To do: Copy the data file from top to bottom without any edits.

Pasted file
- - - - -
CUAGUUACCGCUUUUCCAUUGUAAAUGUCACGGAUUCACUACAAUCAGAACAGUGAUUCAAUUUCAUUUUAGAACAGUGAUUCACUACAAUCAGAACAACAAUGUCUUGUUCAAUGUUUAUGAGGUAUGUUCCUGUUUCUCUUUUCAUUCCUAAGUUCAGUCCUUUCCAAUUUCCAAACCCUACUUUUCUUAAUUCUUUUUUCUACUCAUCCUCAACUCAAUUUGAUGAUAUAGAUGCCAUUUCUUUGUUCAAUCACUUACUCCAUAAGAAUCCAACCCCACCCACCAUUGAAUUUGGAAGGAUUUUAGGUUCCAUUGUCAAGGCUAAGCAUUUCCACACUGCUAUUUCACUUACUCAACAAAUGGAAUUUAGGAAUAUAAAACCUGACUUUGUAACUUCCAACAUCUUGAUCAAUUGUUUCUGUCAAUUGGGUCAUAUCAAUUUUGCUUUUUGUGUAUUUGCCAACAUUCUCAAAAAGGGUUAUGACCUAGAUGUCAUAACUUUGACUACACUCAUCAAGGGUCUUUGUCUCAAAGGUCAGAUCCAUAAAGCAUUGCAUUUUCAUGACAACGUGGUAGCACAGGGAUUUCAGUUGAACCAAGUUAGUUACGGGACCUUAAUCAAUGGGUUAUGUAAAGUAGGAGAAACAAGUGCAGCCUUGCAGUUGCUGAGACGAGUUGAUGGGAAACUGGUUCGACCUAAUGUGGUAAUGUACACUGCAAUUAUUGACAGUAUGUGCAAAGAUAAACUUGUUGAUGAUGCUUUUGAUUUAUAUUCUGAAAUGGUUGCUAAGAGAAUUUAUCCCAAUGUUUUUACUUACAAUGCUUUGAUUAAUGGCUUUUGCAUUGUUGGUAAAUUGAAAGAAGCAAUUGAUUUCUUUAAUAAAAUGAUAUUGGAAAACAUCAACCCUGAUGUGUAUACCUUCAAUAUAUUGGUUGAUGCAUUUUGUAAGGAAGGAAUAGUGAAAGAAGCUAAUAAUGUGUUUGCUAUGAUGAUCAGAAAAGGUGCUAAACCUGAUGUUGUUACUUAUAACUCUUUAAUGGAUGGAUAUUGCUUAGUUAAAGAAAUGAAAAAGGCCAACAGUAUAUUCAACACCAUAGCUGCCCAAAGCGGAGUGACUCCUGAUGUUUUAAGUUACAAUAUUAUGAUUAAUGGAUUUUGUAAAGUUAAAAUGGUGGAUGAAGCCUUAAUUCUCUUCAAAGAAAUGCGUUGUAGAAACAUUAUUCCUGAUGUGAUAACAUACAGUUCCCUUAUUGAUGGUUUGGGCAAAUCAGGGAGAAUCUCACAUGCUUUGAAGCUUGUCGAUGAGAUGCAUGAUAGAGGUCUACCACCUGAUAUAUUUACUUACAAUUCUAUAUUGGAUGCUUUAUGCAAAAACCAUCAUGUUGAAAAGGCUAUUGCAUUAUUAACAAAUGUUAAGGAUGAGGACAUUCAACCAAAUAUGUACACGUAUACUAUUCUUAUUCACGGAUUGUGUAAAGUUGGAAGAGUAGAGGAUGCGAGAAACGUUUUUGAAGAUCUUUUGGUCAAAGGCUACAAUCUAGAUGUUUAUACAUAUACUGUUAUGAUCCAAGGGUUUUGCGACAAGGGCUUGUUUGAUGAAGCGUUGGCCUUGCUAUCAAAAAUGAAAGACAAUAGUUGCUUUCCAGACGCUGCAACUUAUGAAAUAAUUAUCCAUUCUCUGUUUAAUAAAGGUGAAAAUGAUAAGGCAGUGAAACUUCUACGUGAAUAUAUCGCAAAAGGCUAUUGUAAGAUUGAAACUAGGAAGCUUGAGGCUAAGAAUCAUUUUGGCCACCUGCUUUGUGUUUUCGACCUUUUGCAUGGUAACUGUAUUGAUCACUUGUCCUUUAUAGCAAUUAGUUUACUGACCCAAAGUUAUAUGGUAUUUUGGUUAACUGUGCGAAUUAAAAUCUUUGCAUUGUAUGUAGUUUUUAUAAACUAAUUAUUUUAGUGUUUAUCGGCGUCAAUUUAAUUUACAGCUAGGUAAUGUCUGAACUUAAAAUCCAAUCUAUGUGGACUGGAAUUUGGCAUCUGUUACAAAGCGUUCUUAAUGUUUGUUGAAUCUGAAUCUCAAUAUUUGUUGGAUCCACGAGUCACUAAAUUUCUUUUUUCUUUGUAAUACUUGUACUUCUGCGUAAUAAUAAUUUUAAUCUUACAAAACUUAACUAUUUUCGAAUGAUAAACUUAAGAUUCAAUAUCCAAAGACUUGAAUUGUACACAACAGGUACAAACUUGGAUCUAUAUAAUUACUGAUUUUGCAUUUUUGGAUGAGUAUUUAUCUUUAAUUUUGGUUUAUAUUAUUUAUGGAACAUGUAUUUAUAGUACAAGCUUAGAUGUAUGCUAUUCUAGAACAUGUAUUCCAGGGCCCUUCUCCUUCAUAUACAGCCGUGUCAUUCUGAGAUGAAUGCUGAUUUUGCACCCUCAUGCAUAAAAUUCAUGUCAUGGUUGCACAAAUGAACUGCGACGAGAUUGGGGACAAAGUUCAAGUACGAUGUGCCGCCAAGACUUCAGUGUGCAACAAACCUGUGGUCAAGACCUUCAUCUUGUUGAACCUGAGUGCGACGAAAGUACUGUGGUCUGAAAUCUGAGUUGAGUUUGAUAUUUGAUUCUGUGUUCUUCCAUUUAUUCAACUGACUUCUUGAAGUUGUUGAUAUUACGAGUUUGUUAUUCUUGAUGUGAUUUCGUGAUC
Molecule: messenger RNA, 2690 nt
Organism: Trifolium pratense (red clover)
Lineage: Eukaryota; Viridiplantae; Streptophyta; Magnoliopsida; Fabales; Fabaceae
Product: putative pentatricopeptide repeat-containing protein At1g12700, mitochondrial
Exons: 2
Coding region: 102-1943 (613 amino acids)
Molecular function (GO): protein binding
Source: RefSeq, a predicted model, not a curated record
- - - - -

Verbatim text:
CUAGUUACCGCUUUUCCAUUGUAAAUGUCACGGAUUCACUACAAUCAGAACAGUGAUUCAAUUUCAUUUUAGAACAGUGAUUCACUACAAUCAGAACAACAAUGUCUUGUUCAAUGUUUAUGAGGUAUGUUCCUGUUUCUCUUUUCAUUCCUAAGUUCAGUCCUUUCCAAUUUCCAAACCCUACUUUUCUUAAUUCUUUUUUCUACUCAUCCUCAACUCAAUUUGAUGAUAUAGAUGCCAUUUCUUUGUUCAAUCACUUACUCCAUAAGAAUCCAACCCCACCCACCAUUGAAUUUGGAAGGAUUUUAGGUUCCAUUGUCAAGGCUAAGCAUUUCCACACUGCUAUUUCACUUACUCAACAAAUGGAAUUUAGGAAUAUAAAACCUGACUUUGUAACUUCCAACAUCUUGAUCAAUUGUUUCUGUCAAUUGGGUCAUAUCAAUUUUGCUUUUUGUGUAUUUGCCAACAUUCUCAAAAAGGGUUAUGACCUAGAUGUCAUAACUUUGACUACACUCAUCAAGGGUCUUUGUCUCAAAGGUCAGAUCCAUAAAGCAUUGCAUUUUCAUGACAACGUGGUAGCACAGGGAUUUCAGUUGAACCAAGUUAGUUACGGGACCUUAAUCAAUGGGUUAUGUAAAGUAGGAGAAACAAGUGCAGCCUUGCAGUUGCUGAGACGAGUUGAUGGGAAACUGGUUCGACCUAAUGUGGUAAUGUACACUGCAAUUAUUGACAGUAUGUGCAAAGAUAAACUUGUUGAUGAUGCUUUUGAUUUAUAUUCUGAAAUGGUUGCUAAGAGAAUUUAUCCCAAUGUUUUUACUUACAAUGCUUUGAUUAAUGGCUUUUGCAUUGUUGGUAAAUUGAAAGAAGCAAUUGAUUUCUUUAAUAAAAUGAUAUUGGAAAACAUCAACCCUGAUGUGUAUACCUUCAAUAUAUUGGUUGAUGCAUUUUGUAAGGAAGGAAUAGUGAAAGAAGCUAAUAAUGUGUUUGCUAUGAUGAUCAGAAAAGGUGCUAAACCUGAUGUUGUUACUUAUAACUCUUUAAUGGAUGGAUAUUGCUUAGUUAAAGAAAUGAAAAAGGCCAACAGUAUAUUCAACACCAUAGCUGCCCAAAGCGGAGUGACUCCUGAUGUUUUAAGUUACAAUAUUAUGAUUAAUGGAUUUUGUAAAGUUAAAAUGGUGGAUGAAGCCUUAAUUCUCUUCAAAGAAAUGCGUUGUAGAAACAUUAUUCCUGAUGUGAUAACAUACAGUUCCCUUAUUGAUGGUUUGGGCAAAUCAGGGAGAAUCUCACAUGCUUUGAAGCUUGUCGAUGAGAUGCAUGAUAGAGGUCUACCACCUGAUAUAUUUACUUACAAUUCUAUAUUGGAUGCUUUAUGCAAAAACCAUCAUGUUGAAAAGGCUAUUGCAUUAUUAACAAAUGUUAAGGAUGAGGACAUUCAACCAAAUAUGUACACGUAUACUAUUCUUAUUCACGGAUUGUGUAAAGUUGGAAGAGUAGAGGAUGCGAGAAACGUUUUUGAAGAUCUUUUGGUCAAAGGCUACAAUCUAGAUGUUUAUACAUAUACUGUUAUGAUCCAAGGGUUUUGCGACAAGGGCUUGUUUGAUGAAGCGUUGGCCUUGCUAUCAAAAAUGAAAGACAAUAGUUGCUUUCCAGACGCUGCAACUUAUGAAAUAAUUAUCCAUUCUCUGUUUAAUAAAGGUGAAAAUGAUAAGGCAGUGAAACUUCUACGUGAAUAUAUCGCAAAAGGCUAUUGUAAGAUUGAAACUAGGAAGCUUGAGGCUAAGAAUCAUUUUGGCCACCUGCUUUGUGUUUUCGACCUUUUGCAUGGUAACUGUAUUGAUCACUUGUCCUUUAUAGCAAUUAGUUUACUGACCCAAAGUUAUAUGGUAUUUUGGUUAACUGUGCGAAUUAAAAUCUUUGCAUUGUAUGUAGUUUUUAUAAACUAAUUAUUUUAGUGUUUAUCGGCGUCAAUUUAAUUUACAGCUAGGUAAUGUCUGAACUUAAAAUCCAAUCUAUGUGGACUGGAAUUUGGCAUCUGUUACAAAGCGUUCUUAAUGUUUGUUGAAUCUGAAUCUCAAUAUUUGUUGGAUCCACGAGUCACUAAAUUUCUUUUUUCUUUGUAAUACUUGUACUUCUGCGUAAUAAUAAUUUUAAUCUUACAAAACUUAACUAUUUUCGAAUGAUAAACUUAAGAUUCAAUAUCCAAAGACUUGAAUUGUACACAACAGGUACAAACUUGGAUCUAUAUAAUUACUGAUUUUGCAUUUUUGGAUGAGUAUUUAUCUUUAAUUUUGGUUUAUAUUAUUUAUGGAACAUGUAUUUAUAGUACAAGCUUAGAUGUAUGCUAUUCUAGAACAUGUAUUCCAGGGCCCUUCUCCUUCAUAUACAGCCGUGUCAUUCUGAGAUGAAUGCUGAUUUUGCACCCUCAUGCAUAAAAUUCAUGUCAUGGUUGCACAAAUGAACUGCGACGAGAUUGGGGACAAAGUUCAAGUACGAUGUGCCGCCAAGACUUCAGUGUGCAACAAACCUGUGGUCAAGACCUUCAUCUUGUUGAACCUGAGUGCGACGAAAGUACUGUGGUCUGAAAUCUGAGUUGAGUUUGAUAUUUGAUUCUGUGUUCUUCCAUUUAUUCAACUGACUUCUUGAAGUUGUUGAUAUUACGAGUUUGUUAUUCUUGAUGUGAUUUCGUGAUC
Molecule: messenger RNA, 2690 nt
Organism: Trifolium pratense (red clover)
Lineage: Eukaryota; Viridiplantae; Streptophyta; Magnoliopsida; Fabales; Fabaceae
Product: putative pentatricopeptide repeat-containing protein At1g12700, mitochondrial
Exons: 2
Coding region: 102-1943 (613 amino acids)
Molecular function (GO): protein binding
Source: RefSeq, a predicted model, not a curated record